We continued westward on the gravel road en route to Velva.  First, however, we saw Simcoe, which wasn't on the map but was definitely there on the north side of the road.  We crossed the railroad tracks to see the buildings on the north edge of town (that mural is painted on the side of a building labeled "Sons of Norway"!), and on our way back, we were trapped by a long train that nearly cleared the roadway for us but then stopped!  It had to let an oncoming train pass by before it could continue forward.  We had to wait almost a half-hour!

The gravel road met up with Hwy 41, which we traveled south into Velva.  Our driving around took us across a bridge and into a quaint city park, and we saw a horse-drawn buggy at one intersection!

South of Velva on Hwy 41 is Ruso.  There was a steakhouse with a "closed" sign in the window (closed on Sundays? closed for eternity?) and a post office that looked as though a private citizen may have taken over the building to use as a private residence (the sign in the photo above hangs outside that building).

At the southern end of Hwy 41 is Turtle Lake.  We saw some nice homes as we drove around the town, but what I really wanted to see was Rusty, the two-ton metal turtle statue at the entrance to Main Street!

We drove west of Turtle Lake and then south on Hwy 200A to Washburn and stopped at the Lewis and Clark Interpretive Center.  It had just closed minutes before our arrival, but there was plenty to check out outdoors, including the three 12-foot-tall steel statues in the top photo (Meriwether Lewis, William Clark, and Chief Sheheke of the Mandan Nation) and dozens of steel bison (middle photo) dotting the landscape.  The bottom photo is the view of the Missouri River to the west of the Center.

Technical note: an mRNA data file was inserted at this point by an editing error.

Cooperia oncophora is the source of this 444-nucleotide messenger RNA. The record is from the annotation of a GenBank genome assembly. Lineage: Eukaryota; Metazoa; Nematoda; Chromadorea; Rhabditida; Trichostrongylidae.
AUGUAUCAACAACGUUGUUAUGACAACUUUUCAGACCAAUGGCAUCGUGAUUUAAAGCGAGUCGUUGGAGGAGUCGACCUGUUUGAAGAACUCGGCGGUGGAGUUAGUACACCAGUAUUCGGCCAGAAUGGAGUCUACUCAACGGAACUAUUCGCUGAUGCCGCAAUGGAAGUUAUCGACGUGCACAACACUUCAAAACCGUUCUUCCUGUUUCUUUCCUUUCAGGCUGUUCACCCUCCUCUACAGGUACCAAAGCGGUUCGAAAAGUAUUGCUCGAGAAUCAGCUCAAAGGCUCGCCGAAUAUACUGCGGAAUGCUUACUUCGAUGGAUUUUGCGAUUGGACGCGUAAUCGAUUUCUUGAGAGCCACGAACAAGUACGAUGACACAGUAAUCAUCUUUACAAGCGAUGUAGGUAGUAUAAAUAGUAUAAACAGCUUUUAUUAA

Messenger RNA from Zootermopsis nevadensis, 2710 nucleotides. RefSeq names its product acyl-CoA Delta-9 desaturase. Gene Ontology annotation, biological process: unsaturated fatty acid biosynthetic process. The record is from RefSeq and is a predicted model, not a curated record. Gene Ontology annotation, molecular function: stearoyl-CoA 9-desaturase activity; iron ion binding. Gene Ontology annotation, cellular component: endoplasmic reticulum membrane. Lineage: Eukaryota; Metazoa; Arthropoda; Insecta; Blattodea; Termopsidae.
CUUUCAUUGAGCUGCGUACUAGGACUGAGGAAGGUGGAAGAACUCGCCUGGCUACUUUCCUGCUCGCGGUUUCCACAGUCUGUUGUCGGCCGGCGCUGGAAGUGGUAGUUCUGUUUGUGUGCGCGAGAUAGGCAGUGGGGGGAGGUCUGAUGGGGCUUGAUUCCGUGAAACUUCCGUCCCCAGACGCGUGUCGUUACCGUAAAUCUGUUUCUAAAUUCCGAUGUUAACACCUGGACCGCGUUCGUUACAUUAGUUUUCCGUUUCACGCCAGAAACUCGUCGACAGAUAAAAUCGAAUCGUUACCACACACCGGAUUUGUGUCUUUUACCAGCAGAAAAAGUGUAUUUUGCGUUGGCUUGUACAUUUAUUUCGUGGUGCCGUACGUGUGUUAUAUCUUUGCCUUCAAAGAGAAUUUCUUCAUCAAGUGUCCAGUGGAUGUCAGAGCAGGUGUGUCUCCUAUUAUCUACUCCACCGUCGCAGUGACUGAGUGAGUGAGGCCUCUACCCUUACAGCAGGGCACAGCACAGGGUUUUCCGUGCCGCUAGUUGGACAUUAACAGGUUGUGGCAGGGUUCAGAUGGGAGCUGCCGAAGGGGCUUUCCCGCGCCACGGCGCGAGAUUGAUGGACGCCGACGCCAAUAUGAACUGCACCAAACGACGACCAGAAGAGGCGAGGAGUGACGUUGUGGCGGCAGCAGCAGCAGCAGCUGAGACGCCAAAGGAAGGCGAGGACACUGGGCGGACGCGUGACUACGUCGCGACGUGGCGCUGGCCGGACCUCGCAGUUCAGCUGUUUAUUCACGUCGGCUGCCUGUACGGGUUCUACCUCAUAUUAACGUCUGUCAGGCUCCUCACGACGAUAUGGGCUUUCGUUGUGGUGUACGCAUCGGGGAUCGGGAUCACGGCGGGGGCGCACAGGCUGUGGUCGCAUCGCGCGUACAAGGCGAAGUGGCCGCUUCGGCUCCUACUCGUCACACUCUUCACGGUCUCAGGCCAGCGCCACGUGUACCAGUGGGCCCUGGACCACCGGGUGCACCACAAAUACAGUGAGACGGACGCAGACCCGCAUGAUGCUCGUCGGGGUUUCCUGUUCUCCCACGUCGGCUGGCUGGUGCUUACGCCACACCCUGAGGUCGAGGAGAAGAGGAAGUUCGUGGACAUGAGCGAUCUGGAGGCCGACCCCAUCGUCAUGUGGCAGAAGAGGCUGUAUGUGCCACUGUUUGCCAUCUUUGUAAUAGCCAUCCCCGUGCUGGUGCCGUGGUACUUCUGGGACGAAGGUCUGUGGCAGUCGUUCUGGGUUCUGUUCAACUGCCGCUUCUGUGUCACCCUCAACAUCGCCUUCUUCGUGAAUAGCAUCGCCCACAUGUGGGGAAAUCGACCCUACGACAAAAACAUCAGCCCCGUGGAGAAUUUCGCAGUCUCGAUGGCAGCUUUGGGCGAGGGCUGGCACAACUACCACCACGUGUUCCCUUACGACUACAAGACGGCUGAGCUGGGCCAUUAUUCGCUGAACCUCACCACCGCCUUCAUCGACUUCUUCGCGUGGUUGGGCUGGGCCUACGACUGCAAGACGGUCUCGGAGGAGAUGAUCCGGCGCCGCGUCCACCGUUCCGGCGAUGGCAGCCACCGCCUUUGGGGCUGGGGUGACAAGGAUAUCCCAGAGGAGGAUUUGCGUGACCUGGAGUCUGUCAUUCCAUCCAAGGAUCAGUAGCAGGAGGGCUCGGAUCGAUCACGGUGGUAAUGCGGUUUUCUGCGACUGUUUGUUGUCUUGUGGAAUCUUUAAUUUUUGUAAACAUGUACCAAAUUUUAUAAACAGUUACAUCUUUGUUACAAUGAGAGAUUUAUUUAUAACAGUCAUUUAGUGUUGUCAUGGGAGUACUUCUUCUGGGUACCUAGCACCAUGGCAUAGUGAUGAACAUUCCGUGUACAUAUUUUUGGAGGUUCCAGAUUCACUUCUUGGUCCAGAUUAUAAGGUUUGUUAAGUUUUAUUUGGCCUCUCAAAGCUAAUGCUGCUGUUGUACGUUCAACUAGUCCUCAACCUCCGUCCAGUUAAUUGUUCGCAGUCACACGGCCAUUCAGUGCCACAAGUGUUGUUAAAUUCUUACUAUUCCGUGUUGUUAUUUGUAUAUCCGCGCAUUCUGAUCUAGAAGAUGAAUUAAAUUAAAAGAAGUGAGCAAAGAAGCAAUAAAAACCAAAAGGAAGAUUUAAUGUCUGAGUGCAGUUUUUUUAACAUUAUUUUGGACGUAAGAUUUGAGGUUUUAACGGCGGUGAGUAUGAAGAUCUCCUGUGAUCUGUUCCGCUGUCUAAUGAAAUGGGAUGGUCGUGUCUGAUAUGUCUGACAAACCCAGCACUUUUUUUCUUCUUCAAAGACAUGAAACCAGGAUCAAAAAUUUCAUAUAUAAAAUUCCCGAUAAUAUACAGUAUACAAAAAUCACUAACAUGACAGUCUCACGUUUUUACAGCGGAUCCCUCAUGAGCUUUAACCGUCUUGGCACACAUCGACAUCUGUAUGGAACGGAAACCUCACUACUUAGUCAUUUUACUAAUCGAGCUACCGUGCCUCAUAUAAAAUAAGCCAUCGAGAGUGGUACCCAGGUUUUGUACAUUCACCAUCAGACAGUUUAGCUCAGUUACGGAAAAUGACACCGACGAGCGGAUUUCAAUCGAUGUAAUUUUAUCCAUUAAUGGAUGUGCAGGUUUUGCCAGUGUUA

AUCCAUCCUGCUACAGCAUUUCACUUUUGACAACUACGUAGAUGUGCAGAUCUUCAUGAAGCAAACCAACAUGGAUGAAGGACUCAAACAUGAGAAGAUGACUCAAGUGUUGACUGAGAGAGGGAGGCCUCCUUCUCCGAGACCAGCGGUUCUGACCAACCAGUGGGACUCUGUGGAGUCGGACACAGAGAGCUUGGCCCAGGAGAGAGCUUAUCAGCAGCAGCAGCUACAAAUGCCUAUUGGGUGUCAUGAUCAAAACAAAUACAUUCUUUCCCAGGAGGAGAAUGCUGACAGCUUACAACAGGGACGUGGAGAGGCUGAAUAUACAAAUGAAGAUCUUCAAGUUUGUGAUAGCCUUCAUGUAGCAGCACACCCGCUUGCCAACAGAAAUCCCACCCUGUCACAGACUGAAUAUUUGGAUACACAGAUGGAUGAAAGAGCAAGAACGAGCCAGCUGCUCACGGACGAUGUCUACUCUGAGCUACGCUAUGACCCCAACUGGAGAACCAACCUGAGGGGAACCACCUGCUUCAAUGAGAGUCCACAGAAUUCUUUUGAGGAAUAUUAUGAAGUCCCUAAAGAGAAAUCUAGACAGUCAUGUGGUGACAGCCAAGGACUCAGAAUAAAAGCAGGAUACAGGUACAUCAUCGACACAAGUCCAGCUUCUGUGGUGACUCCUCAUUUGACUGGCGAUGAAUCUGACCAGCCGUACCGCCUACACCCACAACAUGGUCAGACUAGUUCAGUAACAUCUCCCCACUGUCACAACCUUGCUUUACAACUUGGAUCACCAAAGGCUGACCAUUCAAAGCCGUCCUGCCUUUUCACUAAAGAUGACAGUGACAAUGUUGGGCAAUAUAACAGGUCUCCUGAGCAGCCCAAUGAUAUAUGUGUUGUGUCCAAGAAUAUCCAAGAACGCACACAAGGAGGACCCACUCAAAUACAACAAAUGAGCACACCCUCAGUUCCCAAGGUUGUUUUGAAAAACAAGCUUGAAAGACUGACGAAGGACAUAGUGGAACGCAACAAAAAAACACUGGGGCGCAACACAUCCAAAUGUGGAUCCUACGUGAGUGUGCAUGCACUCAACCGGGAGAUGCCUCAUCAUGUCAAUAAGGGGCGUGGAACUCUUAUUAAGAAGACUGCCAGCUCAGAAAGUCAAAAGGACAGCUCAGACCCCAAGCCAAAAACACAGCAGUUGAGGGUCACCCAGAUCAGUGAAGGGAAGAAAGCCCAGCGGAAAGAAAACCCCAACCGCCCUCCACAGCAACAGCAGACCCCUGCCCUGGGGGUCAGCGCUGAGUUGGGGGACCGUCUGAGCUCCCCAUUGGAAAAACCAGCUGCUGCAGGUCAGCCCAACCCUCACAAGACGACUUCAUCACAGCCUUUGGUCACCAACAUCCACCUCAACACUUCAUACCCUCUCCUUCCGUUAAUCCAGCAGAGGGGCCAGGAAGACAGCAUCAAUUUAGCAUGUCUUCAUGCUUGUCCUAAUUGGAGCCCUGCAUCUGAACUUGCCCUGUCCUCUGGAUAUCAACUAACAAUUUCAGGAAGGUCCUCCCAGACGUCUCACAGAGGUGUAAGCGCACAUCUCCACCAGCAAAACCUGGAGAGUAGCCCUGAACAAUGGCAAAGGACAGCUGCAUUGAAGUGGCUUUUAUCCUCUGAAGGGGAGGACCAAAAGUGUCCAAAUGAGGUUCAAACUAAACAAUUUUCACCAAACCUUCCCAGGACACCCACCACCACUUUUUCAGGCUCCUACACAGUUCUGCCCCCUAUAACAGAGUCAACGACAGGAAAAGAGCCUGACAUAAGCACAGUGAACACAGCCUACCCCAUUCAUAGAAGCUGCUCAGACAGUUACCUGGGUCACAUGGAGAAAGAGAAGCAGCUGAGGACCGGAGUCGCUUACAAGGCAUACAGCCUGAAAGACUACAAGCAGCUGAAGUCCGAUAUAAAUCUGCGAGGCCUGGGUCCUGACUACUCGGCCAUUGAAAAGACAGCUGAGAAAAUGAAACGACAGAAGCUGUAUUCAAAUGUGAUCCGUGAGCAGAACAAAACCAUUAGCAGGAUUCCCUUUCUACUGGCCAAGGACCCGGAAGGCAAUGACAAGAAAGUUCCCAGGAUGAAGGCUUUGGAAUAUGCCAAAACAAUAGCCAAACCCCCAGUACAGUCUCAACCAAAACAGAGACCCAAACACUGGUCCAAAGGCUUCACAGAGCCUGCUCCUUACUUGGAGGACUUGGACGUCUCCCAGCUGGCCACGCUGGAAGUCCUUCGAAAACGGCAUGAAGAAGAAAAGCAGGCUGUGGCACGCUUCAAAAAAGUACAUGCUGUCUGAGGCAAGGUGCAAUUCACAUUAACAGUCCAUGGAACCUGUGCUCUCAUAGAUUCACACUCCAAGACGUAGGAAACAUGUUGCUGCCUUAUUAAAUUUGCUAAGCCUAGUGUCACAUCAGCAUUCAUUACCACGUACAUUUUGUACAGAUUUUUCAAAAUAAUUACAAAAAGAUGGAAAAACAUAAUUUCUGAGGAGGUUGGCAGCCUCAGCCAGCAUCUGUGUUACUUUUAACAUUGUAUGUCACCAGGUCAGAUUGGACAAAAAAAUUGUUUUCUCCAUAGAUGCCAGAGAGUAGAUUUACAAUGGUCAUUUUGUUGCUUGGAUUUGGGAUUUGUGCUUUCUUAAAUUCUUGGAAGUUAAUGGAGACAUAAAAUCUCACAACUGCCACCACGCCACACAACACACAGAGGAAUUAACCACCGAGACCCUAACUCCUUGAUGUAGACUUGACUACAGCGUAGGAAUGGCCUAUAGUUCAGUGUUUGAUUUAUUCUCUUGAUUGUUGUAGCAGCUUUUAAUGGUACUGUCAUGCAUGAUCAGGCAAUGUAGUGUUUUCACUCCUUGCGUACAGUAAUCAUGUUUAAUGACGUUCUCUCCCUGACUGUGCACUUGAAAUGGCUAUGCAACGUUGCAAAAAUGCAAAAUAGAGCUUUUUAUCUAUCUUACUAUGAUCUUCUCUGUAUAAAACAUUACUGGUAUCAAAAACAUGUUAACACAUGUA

This mural is on the side of a building in Washburn.  After driving around the town a bit, we stopped for sub sandwiches to eat in the vehicle as we resumed our drive.

We continued on Hwy 200A west out of Washburn, making a quick stop in Hensler to check things out.  Gotta love their sense of humor!

On the north side of Hwy 200A north of the town of Center is the Ft. Clark State Historic Site, an open area of grass with numerous markers pointing out what used to be located at each spot when fur trading posts and Native American villages existed on the site.  At the top of a hill sits the stone structure in the second photo above, which we went into to sign a guest book for visitors.  The third photo shows the spectacular view as we walked around, and the fourth one shows Susan and me walking from one informational marker to the next (the trees in the distance behind us grow on the opposite bank of the Missouri River).

Then we drove south on Hwy 48 to Center, which had just celebrated Old Settlers' Day and still had bleachers set up along the sidewalk for viewing the parade (as well as portable toilets here and there--tell-tale signs that a big event had just occurred).